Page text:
- The newly described Palawanosorex muscorum, or the Palawan moss shrew, is known to live only near the peak of Mount Mantalingajan on Palawan Island in the southern Philippines.
- The shrew has a stout body and broad forefeet with long claws, which it uses to dig through humus on the forest floor to look for earthworms.
- The moss shrew has no close known relatives in Asia, and how it came to live on Mount Mantalingajan is a mystery, researchers say.
Scientists have described a new species of shrew that’s known to live only near the top of Mount Mantalingajan, the highest mountain on Palawan Island in the southern Philippines.
The animal was first spotted in 2007 by the late Danilo “Danny” Balete, a Filipino scientist and research associate at the Field Museum in Chicago, U.S., when his team was surveying the mountain’s biodiversity. But they could not identify the species. Now, Balete’s collegues have confirmed that the shrew found near the mountain’s peak is not just a new species, but belongs to an entirely new genus.
The shrew, dubbed Palawanosorex muscorum, or the Palawan moss shrew, has a stout body and broad forefeet with long claws, which it uses to dig through humus on the forest floor to look for earthworms, the researchers report in a new study published in the Journal of Mammology. The shrew also has a short tail covered by short, dense fur. By contrast, the Palawan shrew (Crocidura palawanensis), another species that’s endemic to the Philippines, has a slender body, slender feet and a very long tail covered with long bristles.
So far, the tiny, gray Palawan moss shrew has been spotted only in forests close to the peak of the 2,086-meter-tall (6,844-foot) Mount Mantalingajan, between elevations of 1,550 to 1,950 meters (5,085 to 6,398 feet). In fact, the shrew is one of three mammal species that are known to occur only on Mount Mantalingajan, and nowhere else. The other two species are the Palawan montane squirrel (Sundasciurus rabori) and the Palawan soft-furred mountain rat (Palawanomys furvus).
“There are entire countries that don’t have three unique mammal species — so for there to be three species on one mountain, on one island, in one country is really something,” Lawrence R. Heaney, Negaunee curator of mammals at the Field Museum in Chicago, said in a statement.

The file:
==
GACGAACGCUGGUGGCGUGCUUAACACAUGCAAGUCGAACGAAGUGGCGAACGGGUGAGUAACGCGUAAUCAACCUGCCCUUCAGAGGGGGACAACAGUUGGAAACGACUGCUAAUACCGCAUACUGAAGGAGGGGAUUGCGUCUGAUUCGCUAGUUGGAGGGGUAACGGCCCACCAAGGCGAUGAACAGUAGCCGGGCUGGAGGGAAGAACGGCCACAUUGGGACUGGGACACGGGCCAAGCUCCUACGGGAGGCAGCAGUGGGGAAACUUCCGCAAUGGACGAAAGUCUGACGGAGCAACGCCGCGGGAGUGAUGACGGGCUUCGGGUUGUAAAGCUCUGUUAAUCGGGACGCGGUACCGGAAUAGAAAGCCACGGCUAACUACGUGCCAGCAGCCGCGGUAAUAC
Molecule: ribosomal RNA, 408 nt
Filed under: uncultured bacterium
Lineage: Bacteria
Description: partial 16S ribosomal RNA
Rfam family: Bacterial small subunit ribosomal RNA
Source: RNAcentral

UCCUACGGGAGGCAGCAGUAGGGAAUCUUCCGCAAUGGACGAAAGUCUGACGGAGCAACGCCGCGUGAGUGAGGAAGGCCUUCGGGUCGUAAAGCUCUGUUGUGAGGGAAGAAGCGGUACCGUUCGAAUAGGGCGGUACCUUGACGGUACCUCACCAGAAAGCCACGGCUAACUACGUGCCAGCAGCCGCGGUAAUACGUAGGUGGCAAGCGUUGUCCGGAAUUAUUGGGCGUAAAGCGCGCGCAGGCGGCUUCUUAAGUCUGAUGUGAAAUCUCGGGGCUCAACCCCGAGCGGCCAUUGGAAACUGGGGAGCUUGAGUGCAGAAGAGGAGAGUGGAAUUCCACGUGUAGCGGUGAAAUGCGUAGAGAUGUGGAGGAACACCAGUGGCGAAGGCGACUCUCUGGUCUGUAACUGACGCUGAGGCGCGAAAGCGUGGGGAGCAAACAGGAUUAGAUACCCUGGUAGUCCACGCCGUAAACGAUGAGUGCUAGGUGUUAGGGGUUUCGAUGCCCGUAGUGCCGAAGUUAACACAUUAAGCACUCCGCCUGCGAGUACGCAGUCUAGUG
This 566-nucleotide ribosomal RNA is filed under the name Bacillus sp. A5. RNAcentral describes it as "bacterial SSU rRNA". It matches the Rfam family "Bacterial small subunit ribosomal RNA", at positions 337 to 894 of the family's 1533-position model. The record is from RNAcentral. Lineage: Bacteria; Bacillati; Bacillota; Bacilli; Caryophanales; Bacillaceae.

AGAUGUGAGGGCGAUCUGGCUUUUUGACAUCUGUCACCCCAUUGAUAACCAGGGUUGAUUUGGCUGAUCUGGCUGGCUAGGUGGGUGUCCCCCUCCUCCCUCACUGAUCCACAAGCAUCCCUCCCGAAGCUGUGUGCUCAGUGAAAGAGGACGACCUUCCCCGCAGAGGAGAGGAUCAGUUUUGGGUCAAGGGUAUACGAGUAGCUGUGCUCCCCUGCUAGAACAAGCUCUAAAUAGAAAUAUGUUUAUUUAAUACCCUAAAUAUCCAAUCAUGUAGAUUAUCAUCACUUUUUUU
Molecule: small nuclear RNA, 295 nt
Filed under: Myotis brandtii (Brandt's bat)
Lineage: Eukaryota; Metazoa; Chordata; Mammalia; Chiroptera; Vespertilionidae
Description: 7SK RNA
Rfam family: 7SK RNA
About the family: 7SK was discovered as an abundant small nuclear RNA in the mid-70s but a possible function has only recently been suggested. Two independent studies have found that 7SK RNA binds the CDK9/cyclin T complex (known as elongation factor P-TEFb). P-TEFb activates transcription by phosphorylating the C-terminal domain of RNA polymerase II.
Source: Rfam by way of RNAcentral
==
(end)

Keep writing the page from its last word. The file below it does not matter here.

The reason for Mount Mantalingajan’s rich biodiversity, the researchers say, is that it’s a “sky island” — an isolated mountain that’s very different from the surrounding lowlands, creating unique habitats for animals and plants to flourish in.
“There could be many new species on these high mountainous regions in the Philippines, but because they are so high, and hard to get to, knowledge of their existence is awfully limited,” Heaney said.
How the Palawan moss shrew came to live on Mount Mantalingajan, however, is still a mystery, the researchers say.
The team estimates that the Palawan moss shrew split evolutionarily from its closest known relatives some 10 million years ago. Mount Mantalingajan and other Palawan high peaks, however, began rising above sea level no more than 5 million years ago, reaching their current elevations more recently, the authors write.
“Given this history, it seems unlikely that P. muscorum occurred on Palawan before 5 Ma [5 million years ago] and may have arrived much more recently,” the authors add.
The researchers speculate that Palawanosorex came to Palawan via Borneo within the last few million years.
“We hypothesize that Palawanosorex reached Palawan from Borneo during one of the periods of Pleistocene low sea level, when the 2 islands either were joined by a continuous land bridge or were separated by only a narrow channel,” the team writes. “If this was the case, a living relative may yet be found on Borneo or other nearby area. Given that shrews are currently rather poorly sampled on Borneo, especially at high elevation, we recommend that comprehensive surveys be conducted.”
Much of the Palawan moss shrew’s habitat is currently undisturbed by human activity. And the researchers hope that it will stay this way, especially since Mount Mantalingajan functions as an important watershed, regulating water flow in Palawan.
Sky islands “are where most of the water comes from that people in the lowlands depend on,” Heaney said. “If you want to protect your watersheds, you’ve got to protect your habitats.”
Hutterer, R., Balete, D. S., Giarla, T. C., Heaney, L. R. & Esselstyn, J. A. A new genus and species of shrew (Mammalia: Soricidae) from Palawan Island, Philippines. Journal of Mammology. DOI:10.1093/jmammal/gyy041.